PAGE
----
June 11, 2019; Eagan, MN, USA; Minnesota Vikings center linebacker Eric Kendricks (54) speaks with outside linebacker Anthony Barr (55) during practice at the TCO Performance Center. Mandatory Credit: Harrison Barden-USA TODAY Sports
After the loss to the Bengals, I’ve argued that blaming the umpires is wrong. Did the refs misunderstand Cook’s fumble? I’m 99% sure they did. Should they therefore take the blame for the loss? By no means.
Here’s my reasoning. Let’s say Cook is ruled by contact. Fine. Minnesota gets the ball back and they still have to run. In all likelihood, they are still trying to move the ball around the field while clearing the clock. Greg Joseph then marches onto the field for what is likely to be a long shot for a field goal. As we saw in the Arizona game, there’s no guarantee he’ll make it. In addition, Minnesota made all kinds of mistakes earlier in the game. Let’s not forget our countless penalties or Breeland’s cover attempt at the end of the first half. These are the things that made Ja’Marr Chase’s prophecy come true.
After another disappointing loss, we look for a scapegoat again. Personally, I’ve put the blame on the sieve of an offensive line, but several others turn their attention to the umpires. What the hell were they thinking of that Eric Kendricks penalty? Furthermore, how can Kendricks be penalized for his minor foul when Adam Thielen was actually tackled during the final play of the game? If you don’t remember the plays I’m talking about, check out the videos. When you see them side-by-side, it really hammers home how bad these decisions were:
As I suggested above, watching the videos in sequence crystallizes how awful the phone calls were (an English major would tell you it’s side by side in action). I’m not exaggerating when I say I had to watch the Kendricks video again and squint to see a “punishment”. We should have had a second goal line. Instead, Cleveland had another run of downs. A few plays later, they had an 8-7 lead. Worse, our belated attempt at a win was hampered by Thielen being boxed in by a defender before the ball was even close. I don’t know if he would have caught that ball, but I do know that he really would have had a chance if it hadn’t been boxed in.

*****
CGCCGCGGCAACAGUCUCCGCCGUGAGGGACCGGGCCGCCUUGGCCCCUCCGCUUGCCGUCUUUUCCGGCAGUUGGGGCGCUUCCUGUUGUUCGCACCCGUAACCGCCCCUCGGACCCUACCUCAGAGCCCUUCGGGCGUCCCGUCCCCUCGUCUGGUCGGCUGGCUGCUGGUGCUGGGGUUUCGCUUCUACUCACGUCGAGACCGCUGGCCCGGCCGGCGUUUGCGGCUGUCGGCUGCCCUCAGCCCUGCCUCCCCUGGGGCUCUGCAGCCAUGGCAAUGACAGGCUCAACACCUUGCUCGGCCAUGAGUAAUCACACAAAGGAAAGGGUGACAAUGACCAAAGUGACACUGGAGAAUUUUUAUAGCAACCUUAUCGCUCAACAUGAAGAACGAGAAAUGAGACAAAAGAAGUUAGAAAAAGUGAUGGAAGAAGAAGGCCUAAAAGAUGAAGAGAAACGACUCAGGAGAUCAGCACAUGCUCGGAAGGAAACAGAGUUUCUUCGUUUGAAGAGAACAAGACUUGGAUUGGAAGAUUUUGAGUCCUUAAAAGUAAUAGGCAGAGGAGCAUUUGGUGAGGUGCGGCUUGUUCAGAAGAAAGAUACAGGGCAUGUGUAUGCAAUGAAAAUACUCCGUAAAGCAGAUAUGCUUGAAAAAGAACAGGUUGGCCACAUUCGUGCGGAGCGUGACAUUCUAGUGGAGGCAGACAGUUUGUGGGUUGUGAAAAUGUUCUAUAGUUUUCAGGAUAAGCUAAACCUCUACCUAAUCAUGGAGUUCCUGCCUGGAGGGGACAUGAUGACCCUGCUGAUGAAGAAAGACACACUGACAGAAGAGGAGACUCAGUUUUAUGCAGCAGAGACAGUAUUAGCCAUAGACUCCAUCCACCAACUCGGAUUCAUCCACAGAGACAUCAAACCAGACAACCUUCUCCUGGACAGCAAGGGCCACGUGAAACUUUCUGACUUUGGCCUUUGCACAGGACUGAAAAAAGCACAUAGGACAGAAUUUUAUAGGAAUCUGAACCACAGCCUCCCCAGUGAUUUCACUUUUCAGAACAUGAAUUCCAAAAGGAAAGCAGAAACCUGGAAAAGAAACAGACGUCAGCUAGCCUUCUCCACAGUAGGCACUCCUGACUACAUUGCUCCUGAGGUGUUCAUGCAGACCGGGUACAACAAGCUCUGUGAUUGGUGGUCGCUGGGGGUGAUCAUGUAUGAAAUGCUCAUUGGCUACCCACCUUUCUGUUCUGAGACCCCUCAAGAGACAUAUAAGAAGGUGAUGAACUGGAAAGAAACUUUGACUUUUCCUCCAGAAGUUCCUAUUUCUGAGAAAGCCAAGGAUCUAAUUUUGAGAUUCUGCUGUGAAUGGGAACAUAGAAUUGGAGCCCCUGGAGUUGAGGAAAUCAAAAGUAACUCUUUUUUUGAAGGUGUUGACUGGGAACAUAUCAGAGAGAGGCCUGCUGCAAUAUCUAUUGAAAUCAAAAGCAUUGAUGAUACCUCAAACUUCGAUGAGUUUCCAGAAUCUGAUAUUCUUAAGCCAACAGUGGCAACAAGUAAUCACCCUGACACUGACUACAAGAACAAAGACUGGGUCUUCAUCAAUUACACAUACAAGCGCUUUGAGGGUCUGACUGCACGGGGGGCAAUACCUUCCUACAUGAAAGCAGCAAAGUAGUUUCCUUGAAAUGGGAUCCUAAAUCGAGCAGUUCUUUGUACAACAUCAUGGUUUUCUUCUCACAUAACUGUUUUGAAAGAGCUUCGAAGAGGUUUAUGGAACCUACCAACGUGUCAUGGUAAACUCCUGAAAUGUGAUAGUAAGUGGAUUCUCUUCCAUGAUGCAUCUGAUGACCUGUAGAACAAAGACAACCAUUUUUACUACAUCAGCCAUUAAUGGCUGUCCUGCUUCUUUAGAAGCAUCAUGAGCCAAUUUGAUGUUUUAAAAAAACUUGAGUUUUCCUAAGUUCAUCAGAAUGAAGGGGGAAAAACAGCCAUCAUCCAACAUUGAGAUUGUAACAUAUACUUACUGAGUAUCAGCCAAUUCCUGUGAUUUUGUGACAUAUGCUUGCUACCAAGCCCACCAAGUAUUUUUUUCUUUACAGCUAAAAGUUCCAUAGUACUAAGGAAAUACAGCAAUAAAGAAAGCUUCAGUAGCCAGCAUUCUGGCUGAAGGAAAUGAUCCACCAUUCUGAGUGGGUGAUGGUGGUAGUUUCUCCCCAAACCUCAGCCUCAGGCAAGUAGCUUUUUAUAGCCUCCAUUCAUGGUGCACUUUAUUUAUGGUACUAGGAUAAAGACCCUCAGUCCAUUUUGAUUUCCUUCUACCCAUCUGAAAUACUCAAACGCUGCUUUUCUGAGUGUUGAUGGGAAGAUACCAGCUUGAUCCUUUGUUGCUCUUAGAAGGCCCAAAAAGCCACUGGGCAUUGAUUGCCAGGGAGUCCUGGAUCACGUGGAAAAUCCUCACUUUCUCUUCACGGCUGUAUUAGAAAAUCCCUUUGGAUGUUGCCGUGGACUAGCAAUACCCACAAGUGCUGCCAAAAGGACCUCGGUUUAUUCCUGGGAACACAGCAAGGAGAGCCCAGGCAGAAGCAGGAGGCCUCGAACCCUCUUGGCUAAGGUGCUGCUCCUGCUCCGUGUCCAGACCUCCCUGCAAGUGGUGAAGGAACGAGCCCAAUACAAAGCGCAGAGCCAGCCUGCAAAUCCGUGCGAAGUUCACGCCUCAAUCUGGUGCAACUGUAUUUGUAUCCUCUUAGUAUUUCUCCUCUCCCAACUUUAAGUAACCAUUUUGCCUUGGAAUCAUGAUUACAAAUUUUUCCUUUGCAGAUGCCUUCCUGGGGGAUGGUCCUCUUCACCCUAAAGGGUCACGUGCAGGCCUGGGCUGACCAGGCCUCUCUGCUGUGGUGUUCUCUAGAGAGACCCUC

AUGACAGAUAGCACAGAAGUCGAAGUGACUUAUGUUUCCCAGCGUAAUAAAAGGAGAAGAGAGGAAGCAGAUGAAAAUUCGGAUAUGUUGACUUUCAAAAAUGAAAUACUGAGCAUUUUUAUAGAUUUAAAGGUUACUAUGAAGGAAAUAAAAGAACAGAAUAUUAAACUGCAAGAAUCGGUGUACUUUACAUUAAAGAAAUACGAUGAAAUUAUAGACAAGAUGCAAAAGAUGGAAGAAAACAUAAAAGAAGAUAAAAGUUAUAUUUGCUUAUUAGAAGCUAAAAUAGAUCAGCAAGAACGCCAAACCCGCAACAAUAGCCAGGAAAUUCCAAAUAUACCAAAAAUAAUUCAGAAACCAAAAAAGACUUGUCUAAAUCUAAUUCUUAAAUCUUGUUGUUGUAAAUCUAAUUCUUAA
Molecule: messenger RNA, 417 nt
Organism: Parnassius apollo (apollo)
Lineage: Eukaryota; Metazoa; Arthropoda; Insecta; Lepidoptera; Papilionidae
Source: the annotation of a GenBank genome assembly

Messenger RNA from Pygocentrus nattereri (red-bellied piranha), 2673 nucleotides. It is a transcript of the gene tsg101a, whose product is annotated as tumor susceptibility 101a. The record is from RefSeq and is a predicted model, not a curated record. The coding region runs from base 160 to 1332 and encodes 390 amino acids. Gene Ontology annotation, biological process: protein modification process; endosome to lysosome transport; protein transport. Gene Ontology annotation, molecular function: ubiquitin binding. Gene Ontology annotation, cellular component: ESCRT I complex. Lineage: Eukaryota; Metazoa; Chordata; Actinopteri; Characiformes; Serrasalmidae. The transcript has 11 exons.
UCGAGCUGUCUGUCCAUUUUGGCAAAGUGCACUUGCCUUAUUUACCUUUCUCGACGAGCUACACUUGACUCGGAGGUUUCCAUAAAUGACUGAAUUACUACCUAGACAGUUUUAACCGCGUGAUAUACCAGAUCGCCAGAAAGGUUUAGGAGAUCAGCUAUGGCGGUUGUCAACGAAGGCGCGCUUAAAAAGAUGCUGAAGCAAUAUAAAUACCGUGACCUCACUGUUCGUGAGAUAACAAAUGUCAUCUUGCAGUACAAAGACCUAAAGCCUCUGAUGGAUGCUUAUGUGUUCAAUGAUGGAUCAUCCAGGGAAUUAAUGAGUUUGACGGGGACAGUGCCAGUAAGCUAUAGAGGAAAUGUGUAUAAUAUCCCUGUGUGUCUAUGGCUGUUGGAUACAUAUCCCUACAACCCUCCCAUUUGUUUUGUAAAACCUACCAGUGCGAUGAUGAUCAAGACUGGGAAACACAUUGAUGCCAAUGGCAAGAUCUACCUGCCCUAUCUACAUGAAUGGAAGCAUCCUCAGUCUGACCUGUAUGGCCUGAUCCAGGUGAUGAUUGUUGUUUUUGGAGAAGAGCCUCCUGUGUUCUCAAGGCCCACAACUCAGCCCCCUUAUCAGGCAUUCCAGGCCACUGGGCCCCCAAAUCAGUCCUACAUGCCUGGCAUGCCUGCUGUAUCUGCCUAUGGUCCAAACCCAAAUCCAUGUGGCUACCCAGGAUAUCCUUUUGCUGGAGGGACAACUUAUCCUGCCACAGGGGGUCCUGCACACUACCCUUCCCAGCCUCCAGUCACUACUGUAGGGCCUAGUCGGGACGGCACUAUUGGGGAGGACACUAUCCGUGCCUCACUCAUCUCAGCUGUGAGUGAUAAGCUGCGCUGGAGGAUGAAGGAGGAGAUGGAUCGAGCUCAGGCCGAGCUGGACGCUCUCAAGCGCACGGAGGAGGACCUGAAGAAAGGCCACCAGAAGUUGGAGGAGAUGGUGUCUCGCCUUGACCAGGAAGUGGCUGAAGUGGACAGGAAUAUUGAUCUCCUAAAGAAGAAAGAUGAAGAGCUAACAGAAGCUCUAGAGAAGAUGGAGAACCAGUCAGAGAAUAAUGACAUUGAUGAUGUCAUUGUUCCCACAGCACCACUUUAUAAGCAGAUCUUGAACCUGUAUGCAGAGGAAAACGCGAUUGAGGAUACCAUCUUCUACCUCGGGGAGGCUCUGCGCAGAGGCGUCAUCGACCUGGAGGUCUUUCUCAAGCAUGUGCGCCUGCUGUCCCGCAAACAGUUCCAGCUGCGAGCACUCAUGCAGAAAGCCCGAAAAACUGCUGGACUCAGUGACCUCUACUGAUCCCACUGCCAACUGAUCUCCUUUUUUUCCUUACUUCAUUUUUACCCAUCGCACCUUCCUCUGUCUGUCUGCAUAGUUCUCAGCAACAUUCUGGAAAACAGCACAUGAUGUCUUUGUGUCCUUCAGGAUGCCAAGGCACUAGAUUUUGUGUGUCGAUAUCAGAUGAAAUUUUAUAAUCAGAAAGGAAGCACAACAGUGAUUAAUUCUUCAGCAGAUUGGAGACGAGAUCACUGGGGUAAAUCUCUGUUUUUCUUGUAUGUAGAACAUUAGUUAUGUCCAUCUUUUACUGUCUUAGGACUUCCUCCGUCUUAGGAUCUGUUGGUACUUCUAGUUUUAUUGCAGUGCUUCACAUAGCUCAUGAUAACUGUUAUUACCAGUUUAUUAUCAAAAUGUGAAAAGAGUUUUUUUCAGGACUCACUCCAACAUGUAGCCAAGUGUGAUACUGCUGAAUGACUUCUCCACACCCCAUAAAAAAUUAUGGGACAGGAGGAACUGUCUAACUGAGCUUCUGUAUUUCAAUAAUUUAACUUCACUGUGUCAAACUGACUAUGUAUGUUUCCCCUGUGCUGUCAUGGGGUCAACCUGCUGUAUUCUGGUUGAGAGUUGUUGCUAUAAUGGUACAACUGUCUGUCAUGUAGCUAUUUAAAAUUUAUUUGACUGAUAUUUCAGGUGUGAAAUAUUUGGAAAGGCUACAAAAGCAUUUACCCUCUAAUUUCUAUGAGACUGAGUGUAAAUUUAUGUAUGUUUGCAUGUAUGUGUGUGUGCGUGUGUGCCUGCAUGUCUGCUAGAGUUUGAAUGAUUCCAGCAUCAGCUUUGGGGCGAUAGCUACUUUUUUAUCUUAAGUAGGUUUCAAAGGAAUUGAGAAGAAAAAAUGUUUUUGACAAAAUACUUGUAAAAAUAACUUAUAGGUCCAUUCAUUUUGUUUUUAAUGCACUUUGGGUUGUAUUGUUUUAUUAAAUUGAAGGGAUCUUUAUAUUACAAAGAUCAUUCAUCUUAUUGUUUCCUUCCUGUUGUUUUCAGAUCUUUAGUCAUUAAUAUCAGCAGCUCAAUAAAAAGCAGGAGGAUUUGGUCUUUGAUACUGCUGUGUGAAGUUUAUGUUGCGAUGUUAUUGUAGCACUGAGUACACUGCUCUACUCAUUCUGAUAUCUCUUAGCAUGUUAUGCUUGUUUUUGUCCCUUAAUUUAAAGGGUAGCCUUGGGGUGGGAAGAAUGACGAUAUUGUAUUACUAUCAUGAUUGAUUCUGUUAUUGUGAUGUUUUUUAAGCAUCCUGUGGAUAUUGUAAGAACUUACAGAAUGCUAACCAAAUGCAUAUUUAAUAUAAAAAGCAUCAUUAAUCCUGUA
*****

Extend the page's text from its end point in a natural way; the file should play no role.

past to bring me the newsChris Schad claims (as the title says) that Vikings fans “were legitimately able to pin the loss to the Browns on the officials.” He explains: “Now we can’t ignore the fact that the Vikings’ attack struggled tremendously in the face of the Browns’ defense line, or that the Vikings’ running defense once again seemed nonexistent on a day when the Browns’ Baker Mayfield was terrible But if the penalty had been taken in the final play Minnesota would have had the ball on the goal line for one last game and a chance to tie the game and force extra time, or possibly score a touchdown and win on a conversion of two points.”
Schad’s position got some support from a Super Bowl winning coach (someone I really respect):
Where I am different from Schad depends largely on where the burden of proof lies. In football, coaches are constantly telling you to focus on the things you can control. Players can control their effort when they drop a block, when they all come together to tackle, when they drop their shoulders to fight for an extra yard, when they raise the bag to relieve pressure, and when they refrain from blocking from behind. The list continues.
They have no control over the referees.
At this point, we should not expect a competent, consistent officer on duty. Each week gives us another example of inconsistent and incorrect application of the rules. Folks, it’s completely out of our control, so we shouldn’t focus on it unless it’s the most egregious miss or no-call. Saints fans have a legitimate reason to be upset about that wonderful missed pass interference against the Rams. That’s a rare instance where we can blame the referees. Otherwise, the focus must return to your own team.
Indeed, let us turn our attention to what we can control. The umpires certainly didn’t force our offensive line to be bullied all day. The umpires didn’t force our running defense to allow Nick Chubb and Kareem Hunt both have productive days. The refs didn’t force Kirk to throw his first INT of the season. We could go on and on about the various mistakes Minnesota made during the game, but you probably get the point.
In week 5, I expect Minnesota to win. I expect them to build a lead big enough that the umpires no longer matter in the outcome of the match. That’s what I’m looking for from this team. Forget the umpires; we know we cannot rely on them to do things right. Instead, let’s play football at such a high level that even incompetent referees can’t get a win.